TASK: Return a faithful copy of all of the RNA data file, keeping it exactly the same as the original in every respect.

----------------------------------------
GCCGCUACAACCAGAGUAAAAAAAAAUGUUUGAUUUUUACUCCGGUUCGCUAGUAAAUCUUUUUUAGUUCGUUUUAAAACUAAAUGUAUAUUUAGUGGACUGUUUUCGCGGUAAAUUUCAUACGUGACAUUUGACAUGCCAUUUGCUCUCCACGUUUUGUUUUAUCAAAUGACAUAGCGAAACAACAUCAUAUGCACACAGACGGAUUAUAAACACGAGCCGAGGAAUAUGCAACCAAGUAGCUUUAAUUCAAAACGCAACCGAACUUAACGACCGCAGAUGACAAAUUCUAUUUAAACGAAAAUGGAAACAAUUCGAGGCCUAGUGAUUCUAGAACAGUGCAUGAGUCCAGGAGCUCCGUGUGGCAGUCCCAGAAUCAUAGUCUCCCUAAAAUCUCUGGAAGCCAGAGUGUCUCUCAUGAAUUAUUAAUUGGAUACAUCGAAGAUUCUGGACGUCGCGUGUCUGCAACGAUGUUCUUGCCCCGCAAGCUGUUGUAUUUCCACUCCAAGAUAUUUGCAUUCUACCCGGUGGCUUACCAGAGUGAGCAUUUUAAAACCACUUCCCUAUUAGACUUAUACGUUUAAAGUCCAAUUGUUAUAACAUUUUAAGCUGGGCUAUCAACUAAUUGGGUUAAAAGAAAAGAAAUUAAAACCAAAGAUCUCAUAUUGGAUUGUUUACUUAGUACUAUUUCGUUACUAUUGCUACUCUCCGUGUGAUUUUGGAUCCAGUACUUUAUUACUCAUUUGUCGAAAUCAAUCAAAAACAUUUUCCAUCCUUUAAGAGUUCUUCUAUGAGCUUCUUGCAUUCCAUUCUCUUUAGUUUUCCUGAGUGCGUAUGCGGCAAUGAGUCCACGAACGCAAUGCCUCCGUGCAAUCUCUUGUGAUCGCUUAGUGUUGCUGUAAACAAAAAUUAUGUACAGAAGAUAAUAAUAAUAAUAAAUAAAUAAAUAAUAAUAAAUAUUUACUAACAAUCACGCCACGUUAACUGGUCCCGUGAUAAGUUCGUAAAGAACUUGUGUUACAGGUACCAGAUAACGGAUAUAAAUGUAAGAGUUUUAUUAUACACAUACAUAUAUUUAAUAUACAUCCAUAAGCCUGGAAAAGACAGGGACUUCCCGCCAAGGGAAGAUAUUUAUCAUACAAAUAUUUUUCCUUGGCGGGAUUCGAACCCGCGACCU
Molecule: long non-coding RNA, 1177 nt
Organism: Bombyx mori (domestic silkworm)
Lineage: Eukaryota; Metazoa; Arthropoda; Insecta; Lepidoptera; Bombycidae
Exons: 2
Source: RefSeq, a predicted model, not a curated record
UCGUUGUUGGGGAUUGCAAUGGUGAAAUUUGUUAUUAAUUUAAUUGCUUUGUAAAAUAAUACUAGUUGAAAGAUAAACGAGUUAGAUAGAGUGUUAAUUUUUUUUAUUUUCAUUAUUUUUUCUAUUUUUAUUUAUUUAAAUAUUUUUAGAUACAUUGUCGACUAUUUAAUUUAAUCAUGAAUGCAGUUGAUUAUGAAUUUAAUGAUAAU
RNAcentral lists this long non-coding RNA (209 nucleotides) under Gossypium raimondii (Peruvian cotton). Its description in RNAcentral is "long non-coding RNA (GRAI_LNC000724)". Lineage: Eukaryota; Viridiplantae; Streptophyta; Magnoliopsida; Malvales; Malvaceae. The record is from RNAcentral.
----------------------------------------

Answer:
GCCGCUACAACCAGAGUAAAAAAAAAUGUUUGAUUUUUACUCCGGUUCGCUAGUAAAUCUUUUUUAGUUCGUUUUAAAACUAAAUGUAUAUUUAGUGGACUGUUUUCGCGGUAAAUUUCAUACGUGACAUUUGACAUGCCAUUUGCUCUCCACGUUUUGUUUUAUCAAAUGACAUAGCGAAACAACAUCAUAUGCACACAGACGGAUUAUAAACACGAGCCGAGGAAUAUGCAACCAAGUAGCUUUAAUUCAAAACGCAACCGAACUUAACGACCGCAGAUGACAAAUUCUAUUUAAACGAAAAUGGAAACAAUUCGAGGCCUAGUGAUUCUAGAACAGUGCAUGAGUCCAGGAGCUCCGUGUGGCAGUCCCAGAAUCAUAGUCUCCCUAAAAUCUCUGGAAGCCAGAGUGUCUCUCAUGAAUUAUUAAUUGGAUACAUCGAAGAUUCUGGACGUCGCGUGUCUGCAACGAUGUUCUUGCCCCGCAAGCUGUUGUAUUUCCACUCCAAGAUAUUUGCAUUCUACCCGGUGGCUUACCAGAGUGAGCAUUUUAAAACCACUUCCCUAUUAGACUUAUACGUUUAAAGUCCAAUUGUUAUAACAUUUUAAGCUGGGCUAUCAACUAAUUGGGUUAAAAGAAAAGAAAUUAAAACCAAAGAUCUCAUAUUGGAUUGUUUACUUAGUACUAUUUCGUUACUAUUGCUACUCUCCGUGUGAUUUUGGAUCCAGUACUUUAUUACUCAUUUGUCGAAAUCAAUCAAAAACAUUUUCCAUCCUUUAAGAGUUCUUCUAUGAGCUUCUUGCAUUCCAUUCUCUUUAGUUUUCCUGAGUGCGUAUGCGGCAAUGAGUCCACGAACGCAAUGCCUCCGUGCAAUCUCUUGUGAUCGCUUAGUGUUGCUGUAAACAAAAAUUAUGUACAGAAGAUAAUAAUAAUAAUAAAUAAAUAAAUAAUAAUAAAUAUUUACUAACAAUCACGCCACGUUAACUGGUCCCGUGAUAAGUUCGUAAAGAACUUGUGUUACAGGUACCAGAUAACGGAUAUAAAUGUAAGAGUUUUAUUAUACACAUACAUAUAUUUAAUAUACAUCCAUAAGCCUGGAAAAGACAGGGACUUCCCGCCAAGGGAAGAUAUUUAUCAUACAAAUAUUUUUCCUUGGCGGGAUUCGAACCCGCGACCU
Molecule: long non-coding RNA, 1177 nt
Organism: Bombyx mori (domestic silkworm)
Lineage: Eukaryota; Metazoa; Arthropoda; Insecta; Lepidoptera; Bombycidae
Exons: 2
Source: RefSeq, a predicted model, not a curated record
UCGUUGUUGGGGAUUGCAAUGGUGAAAUUUGUUAUUAAUUUAAUUGCUUUGUAAAAUAAUACUAGUUGAAAGAUAAACGAGUUAGAUAGAGUGUUAAUUUUUUUUAUUUUCAUUAUUUUUUCUAUUUUUAUUUAUUUAAAUAUUUUUAGAUACAUUGUCGACUAUUUAAUUUAAUCAUGAAUGCAGUUGAUUAUGAAUUUAAUGAUAAU
RNAcentral lists this long non-coding RNA (209 nucleotides) under Gossypium raimondii (Peruvian cotton). Its description in RNAcentral is "long non-coding RNA (GRAI_LNC000724)". Lineage: Eukaryota; Viridiplantae; Streptophyta; Magnoliopsida; Malvales; Malvaceae. The record is from RNAcentral.